We all have constant inner dialogue running through our minds. We pay attention to some of it, but other thoughts are so automatic that we don’t even realise that we think them. They occur on an unconscious level and can affect the way we see ourselves and the world. Our inner dialogue affects what we feel we are capable of, what we feel is possible for us in our lives and can make a life successful or a complete failure. Yup – your thoughts really are that powerful so it is a very good idea to watch what you are telling yourself day after day and filter out the stuff that is no longer useful, valuable or working for you.
Inner dialogue is influenced by our upbringings and past experience and tends to be more negative in an effort to keep us safe. Thing is, we are far safer than our brains would have us believe. We no longer face the harsh reality of life outdoors, roaming the plains for food and avoiding predators as our ancestors did. Our brains however, interpret modern day stress in the same way as it used to – it sees a threat as a threat no matter whether is it a lion in front of us (our ancestors) or a pile of unpaid bills (modern day stress). The same parts of the brain are activated leading to defensive, anxious behaviour. Old messages from our parents or teachers etc may have become so automatic that we have taken on their opinions of us as fact and carry these ideas around with us, allowing them to define us when they don’t have to.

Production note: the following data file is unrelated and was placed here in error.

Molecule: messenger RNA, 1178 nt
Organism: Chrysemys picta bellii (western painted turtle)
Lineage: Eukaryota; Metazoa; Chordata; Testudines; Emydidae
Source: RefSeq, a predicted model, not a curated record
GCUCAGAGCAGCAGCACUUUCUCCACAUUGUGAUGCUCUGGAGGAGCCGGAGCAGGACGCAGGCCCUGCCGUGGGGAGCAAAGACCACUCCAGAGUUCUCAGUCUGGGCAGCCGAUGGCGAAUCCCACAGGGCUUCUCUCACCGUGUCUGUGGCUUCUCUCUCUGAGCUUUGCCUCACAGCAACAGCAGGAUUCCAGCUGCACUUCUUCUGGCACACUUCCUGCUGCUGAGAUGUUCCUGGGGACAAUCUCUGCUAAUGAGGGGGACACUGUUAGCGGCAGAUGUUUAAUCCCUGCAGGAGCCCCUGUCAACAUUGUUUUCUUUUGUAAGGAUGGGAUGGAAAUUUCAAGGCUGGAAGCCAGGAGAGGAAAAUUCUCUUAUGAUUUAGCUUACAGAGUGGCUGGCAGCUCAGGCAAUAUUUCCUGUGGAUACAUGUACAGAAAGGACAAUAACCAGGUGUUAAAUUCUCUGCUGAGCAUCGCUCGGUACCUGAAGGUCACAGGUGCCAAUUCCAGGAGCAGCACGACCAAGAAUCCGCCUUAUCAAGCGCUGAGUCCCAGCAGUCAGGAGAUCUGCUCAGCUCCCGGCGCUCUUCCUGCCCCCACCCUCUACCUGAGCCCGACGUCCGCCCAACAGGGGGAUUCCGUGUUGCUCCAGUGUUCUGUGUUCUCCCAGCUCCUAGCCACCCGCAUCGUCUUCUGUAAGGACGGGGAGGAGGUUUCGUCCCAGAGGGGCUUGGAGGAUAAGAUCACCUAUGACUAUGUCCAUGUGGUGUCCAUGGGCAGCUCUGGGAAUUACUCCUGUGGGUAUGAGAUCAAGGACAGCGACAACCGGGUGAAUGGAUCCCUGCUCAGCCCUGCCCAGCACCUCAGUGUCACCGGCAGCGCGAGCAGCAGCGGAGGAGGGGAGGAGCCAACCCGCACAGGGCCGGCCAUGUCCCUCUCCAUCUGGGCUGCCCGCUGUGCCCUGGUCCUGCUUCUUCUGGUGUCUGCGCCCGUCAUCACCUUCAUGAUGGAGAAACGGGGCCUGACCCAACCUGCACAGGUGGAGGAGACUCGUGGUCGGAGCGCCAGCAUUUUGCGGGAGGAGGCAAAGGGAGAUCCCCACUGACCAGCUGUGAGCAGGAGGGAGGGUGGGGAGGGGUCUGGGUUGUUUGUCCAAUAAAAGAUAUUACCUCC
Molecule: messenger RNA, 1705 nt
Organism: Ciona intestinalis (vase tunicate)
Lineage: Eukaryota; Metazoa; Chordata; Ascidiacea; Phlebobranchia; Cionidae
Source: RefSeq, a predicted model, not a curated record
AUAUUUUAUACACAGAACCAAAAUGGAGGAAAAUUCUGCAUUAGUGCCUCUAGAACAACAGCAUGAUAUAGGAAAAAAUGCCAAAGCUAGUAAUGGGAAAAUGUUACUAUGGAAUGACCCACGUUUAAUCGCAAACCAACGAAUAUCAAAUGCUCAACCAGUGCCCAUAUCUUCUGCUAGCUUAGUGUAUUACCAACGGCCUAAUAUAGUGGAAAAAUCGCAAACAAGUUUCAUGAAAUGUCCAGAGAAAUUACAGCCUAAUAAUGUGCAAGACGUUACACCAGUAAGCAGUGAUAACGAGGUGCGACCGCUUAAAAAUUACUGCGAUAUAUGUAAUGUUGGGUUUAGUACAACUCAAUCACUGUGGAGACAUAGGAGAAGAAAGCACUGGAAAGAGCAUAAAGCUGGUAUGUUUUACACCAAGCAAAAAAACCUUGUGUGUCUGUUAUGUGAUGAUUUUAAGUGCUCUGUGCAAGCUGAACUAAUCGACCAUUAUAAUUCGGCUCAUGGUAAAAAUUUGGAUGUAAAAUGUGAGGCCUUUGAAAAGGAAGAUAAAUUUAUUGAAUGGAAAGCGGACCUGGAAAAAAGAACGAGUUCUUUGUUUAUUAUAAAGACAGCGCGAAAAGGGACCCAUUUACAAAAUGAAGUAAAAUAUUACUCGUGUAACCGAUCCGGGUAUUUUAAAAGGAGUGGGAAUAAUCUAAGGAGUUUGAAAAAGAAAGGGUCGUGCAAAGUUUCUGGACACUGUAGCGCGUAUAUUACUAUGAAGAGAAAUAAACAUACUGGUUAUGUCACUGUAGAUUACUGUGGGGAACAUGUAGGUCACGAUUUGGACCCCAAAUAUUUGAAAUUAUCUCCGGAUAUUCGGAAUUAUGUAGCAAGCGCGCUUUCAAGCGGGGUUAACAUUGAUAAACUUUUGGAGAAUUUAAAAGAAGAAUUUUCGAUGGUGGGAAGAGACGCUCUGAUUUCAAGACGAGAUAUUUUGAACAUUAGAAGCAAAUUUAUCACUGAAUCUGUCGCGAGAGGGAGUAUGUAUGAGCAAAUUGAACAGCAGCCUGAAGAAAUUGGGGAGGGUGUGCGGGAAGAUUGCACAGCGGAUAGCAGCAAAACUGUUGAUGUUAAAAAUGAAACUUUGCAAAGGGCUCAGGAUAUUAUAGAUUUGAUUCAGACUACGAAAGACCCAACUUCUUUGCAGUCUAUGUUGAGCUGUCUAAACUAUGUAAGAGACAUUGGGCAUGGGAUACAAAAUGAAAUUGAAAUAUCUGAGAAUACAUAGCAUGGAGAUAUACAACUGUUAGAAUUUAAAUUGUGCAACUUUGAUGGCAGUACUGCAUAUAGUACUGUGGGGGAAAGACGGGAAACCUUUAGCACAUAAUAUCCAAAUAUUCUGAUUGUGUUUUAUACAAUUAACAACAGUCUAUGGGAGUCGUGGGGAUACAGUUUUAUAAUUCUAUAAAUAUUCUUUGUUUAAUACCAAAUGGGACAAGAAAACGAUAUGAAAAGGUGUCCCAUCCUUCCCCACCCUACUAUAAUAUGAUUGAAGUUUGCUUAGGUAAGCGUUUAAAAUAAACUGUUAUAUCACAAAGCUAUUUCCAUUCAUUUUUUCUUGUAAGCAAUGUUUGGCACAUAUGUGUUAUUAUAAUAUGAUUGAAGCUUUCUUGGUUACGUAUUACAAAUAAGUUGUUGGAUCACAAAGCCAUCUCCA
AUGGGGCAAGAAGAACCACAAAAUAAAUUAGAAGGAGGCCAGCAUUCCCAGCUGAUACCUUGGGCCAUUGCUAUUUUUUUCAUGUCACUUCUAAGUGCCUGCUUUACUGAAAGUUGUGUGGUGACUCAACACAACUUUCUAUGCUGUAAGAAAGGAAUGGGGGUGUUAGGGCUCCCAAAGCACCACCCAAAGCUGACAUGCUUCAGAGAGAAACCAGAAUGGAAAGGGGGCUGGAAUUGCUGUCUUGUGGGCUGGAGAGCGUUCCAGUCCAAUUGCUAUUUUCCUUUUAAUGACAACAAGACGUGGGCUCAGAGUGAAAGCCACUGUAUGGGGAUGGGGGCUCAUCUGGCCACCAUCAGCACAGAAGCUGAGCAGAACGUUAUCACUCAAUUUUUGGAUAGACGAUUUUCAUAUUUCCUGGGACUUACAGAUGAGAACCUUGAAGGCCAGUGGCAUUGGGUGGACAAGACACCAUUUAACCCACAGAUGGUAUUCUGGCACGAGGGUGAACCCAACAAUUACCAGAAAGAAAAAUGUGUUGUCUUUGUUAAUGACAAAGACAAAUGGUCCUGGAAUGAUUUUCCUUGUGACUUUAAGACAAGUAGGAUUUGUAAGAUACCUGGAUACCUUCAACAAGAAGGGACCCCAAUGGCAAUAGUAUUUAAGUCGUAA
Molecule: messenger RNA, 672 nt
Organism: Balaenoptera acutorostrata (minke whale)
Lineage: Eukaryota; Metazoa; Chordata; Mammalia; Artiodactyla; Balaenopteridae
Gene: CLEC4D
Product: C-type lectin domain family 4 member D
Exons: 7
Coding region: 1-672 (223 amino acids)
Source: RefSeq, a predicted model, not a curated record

Learn to be more aware of your inner dialogue. You can learn to find alternatives to negative thoughts by asking yourself these questions:
What are the facts?
What evidence do you have to support what you think? What evidence is there against it? The fact that you think something doesn’t make it true. Are there any small things you are ignoring as not very important?
2. What possible alternatives are there?
What would you think if you were more confident? Or what did you think at a time when you were more positive? How might someone else view the situation? What would you say to another person who was thinking in this sort of way? When you aren’t feeling this way. do you think about the situation differently?
3. What is the worst thing that could happen?
What is the best thing that could happen or the best way of seeing things? What is the most realistic or most likely to be right? If the thought is true, will it still matter in five years from now?
4. What errors are you making in your thinking?
Are you jumping to conclusions? Are you condemning yourself on the basis of one event? Are you concentrating on your weaknesses and forgetting your strengths? Are you thinking in all or nothing terms? Are you taking responsibility for something that is not your fault? Are you trying to mind read what others are thinking?
Use the above 4 questions to help you challenge your negative thinking. They are a great way to level out your thinking and add perspective. The more you do this, the more contented you will be!